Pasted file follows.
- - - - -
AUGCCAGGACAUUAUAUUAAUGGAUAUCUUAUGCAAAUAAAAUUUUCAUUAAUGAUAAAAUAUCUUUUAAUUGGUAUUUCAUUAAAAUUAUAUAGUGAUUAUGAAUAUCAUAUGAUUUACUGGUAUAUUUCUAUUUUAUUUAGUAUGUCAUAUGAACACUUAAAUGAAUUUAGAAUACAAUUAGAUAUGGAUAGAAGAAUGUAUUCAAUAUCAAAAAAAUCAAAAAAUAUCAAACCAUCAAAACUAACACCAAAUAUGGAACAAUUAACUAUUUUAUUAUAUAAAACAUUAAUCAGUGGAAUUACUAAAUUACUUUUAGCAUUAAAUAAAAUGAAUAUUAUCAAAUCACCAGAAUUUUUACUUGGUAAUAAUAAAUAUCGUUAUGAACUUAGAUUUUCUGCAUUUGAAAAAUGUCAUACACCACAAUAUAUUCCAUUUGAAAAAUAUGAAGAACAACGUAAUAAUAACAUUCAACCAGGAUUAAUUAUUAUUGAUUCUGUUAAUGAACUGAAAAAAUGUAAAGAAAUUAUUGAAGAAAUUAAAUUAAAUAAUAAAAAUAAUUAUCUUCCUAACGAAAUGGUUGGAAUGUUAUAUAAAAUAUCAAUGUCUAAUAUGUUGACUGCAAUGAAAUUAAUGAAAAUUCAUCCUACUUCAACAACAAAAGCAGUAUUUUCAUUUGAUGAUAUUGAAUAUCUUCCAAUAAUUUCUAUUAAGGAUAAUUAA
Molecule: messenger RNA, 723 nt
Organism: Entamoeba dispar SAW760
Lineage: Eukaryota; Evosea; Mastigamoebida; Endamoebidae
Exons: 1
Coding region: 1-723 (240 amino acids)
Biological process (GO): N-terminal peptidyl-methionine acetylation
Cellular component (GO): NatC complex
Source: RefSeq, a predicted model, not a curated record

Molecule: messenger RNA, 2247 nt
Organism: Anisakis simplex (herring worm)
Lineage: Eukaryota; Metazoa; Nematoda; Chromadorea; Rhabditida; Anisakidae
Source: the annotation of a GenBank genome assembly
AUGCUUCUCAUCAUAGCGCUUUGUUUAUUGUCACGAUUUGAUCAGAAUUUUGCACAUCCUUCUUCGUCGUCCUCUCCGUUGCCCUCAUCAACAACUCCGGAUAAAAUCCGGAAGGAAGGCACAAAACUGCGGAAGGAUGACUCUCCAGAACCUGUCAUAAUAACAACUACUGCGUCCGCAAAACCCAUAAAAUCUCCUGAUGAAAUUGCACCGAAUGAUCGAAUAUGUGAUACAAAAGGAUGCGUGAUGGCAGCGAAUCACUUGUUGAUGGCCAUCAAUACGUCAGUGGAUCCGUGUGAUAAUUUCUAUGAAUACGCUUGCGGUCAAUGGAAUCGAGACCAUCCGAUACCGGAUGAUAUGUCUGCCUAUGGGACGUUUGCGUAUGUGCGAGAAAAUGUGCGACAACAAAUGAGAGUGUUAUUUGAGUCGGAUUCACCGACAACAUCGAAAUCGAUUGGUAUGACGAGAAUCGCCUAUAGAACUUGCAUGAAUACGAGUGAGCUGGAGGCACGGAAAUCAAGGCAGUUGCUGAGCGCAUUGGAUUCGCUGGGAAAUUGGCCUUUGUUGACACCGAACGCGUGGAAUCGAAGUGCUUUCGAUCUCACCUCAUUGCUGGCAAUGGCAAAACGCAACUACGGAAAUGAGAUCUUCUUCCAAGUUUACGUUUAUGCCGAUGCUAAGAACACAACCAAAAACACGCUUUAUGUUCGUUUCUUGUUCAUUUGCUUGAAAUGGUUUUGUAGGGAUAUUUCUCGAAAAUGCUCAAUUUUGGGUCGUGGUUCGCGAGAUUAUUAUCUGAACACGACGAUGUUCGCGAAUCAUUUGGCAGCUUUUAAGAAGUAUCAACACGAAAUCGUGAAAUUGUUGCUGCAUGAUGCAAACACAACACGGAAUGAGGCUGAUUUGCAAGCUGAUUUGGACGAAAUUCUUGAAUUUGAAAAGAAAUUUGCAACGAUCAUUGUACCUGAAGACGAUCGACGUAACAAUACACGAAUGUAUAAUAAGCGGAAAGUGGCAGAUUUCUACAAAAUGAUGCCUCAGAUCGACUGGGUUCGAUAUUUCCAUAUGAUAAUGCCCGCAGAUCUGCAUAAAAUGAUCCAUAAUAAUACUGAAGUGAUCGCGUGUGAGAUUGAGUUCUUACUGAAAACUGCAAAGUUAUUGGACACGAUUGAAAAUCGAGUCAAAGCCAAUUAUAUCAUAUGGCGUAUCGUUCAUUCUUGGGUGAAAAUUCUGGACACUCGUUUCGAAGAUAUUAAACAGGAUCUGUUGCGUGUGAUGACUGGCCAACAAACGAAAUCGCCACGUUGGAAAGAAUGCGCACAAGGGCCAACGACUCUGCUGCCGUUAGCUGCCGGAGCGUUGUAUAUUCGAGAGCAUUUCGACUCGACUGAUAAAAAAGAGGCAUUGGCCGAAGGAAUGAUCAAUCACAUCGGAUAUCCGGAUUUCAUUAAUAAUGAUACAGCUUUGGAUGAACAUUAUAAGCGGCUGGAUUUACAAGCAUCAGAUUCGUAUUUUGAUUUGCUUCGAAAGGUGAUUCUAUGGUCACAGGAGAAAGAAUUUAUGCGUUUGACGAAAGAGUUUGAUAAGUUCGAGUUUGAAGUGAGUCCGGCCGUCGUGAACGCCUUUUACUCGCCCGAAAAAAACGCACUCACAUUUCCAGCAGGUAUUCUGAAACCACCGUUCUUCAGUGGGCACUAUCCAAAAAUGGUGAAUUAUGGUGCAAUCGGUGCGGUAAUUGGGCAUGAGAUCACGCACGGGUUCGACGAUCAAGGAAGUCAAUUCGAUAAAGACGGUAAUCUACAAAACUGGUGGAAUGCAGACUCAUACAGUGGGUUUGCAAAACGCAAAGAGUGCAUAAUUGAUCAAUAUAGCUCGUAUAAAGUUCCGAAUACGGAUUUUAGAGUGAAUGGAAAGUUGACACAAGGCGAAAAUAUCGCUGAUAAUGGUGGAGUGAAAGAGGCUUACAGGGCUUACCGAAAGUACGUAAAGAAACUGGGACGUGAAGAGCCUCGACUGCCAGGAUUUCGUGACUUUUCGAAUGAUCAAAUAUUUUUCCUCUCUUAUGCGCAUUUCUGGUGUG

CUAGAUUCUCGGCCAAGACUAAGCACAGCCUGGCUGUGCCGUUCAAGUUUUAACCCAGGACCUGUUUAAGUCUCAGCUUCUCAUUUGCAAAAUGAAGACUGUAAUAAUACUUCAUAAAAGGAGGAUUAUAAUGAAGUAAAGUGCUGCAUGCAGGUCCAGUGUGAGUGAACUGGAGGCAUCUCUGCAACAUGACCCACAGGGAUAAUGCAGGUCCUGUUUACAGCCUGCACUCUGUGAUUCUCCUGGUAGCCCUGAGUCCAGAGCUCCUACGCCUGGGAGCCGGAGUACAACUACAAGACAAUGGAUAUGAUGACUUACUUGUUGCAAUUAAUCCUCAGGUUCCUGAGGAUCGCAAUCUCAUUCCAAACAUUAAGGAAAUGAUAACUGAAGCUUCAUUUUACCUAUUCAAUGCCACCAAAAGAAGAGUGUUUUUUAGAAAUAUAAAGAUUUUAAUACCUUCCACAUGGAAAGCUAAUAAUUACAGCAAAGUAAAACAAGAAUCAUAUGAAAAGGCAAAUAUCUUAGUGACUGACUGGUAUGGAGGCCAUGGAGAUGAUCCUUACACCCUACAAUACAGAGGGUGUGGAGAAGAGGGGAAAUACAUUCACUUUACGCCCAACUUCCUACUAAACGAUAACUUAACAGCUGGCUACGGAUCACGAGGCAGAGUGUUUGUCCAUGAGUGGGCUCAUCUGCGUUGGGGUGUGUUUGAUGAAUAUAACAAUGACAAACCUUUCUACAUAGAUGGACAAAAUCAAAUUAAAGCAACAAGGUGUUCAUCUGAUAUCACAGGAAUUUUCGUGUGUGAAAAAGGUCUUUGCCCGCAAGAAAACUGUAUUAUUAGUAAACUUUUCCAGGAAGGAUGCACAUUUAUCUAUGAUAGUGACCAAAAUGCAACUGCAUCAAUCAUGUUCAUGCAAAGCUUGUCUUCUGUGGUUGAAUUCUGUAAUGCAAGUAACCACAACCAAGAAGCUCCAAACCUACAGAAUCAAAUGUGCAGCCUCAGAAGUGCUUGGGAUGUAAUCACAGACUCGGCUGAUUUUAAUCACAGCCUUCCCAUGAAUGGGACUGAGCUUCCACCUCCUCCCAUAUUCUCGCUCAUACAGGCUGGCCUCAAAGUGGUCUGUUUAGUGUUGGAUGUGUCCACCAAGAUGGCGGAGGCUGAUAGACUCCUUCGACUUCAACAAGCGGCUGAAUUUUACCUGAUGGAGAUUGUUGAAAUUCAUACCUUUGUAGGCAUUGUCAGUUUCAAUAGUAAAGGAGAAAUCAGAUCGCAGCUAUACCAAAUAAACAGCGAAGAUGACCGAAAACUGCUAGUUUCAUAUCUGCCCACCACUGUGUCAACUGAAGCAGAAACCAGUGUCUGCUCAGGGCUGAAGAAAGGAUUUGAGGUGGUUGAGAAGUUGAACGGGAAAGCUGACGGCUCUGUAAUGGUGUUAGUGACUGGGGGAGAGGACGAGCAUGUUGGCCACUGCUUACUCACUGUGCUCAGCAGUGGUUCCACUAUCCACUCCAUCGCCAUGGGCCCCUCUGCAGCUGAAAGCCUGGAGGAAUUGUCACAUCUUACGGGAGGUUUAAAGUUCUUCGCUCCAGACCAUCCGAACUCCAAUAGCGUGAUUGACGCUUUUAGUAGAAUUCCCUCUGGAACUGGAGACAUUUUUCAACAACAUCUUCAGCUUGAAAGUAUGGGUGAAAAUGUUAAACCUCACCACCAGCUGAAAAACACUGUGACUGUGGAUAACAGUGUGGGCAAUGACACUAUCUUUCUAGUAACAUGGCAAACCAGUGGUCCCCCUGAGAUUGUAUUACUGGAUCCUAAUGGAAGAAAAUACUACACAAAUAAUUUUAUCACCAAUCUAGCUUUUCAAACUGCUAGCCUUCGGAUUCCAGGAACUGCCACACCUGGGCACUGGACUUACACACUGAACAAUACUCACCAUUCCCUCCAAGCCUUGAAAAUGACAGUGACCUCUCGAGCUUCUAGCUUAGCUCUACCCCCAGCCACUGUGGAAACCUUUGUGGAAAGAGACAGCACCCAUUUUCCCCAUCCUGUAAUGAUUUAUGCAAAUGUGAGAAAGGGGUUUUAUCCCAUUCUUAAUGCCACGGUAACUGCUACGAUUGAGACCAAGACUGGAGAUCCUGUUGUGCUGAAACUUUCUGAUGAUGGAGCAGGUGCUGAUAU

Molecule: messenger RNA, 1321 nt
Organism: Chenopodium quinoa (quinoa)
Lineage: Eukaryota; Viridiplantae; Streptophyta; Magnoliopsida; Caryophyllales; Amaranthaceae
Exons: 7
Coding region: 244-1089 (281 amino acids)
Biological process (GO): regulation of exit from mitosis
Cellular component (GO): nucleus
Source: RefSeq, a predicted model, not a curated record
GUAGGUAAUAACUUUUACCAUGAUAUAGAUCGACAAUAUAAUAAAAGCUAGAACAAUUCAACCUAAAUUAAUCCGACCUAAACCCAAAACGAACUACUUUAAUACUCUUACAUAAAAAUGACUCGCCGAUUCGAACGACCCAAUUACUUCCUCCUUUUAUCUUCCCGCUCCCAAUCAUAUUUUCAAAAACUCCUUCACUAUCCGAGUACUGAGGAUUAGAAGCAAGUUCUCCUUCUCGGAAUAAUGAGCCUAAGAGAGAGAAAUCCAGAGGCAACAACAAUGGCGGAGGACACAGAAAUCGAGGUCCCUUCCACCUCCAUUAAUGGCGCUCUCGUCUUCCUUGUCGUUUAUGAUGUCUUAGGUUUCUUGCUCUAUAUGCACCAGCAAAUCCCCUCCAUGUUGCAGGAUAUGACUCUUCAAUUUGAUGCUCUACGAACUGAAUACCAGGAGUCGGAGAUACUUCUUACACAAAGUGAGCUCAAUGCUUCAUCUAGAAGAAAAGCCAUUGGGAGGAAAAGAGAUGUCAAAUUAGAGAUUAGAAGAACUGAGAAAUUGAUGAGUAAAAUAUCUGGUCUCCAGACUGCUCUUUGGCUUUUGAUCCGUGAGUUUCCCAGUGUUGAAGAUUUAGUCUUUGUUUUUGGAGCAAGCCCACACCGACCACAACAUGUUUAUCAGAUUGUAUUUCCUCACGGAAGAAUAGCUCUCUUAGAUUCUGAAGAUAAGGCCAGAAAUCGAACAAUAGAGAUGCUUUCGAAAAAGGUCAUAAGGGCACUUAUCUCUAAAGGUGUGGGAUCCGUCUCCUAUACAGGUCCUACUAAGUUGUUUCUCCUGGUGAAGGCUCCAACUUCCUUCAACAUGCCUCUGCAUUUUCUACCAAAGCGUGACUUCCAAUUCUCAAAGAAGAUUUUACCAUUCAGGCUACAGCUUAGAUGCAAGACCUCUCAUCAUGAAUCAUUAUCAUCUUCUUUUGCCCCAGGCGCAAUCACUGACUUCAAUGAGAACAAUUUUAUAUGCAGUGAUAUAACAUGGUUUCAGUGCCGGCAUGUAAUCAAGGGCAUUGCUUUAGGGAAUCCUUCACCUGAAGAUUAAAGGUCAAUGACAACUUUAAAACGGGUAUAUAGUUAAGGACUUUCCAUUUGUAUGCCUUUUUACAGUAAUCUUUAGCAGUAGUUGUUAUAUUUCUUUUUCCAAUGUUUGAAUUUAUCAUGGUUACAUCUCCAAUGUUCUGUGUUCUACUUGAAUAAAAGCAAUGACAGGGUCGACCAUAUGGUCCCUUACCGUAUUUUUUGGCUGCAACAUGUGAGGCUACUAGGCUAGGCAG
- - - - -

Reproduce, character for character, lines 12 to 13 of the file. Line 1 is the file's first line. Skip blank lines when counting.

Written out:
Lineage: Eukaryota; Metazoa; Nematoda; Chromadorea; Rhabditida; Anisakidae
Source: the annotation of a GenBank genome assembly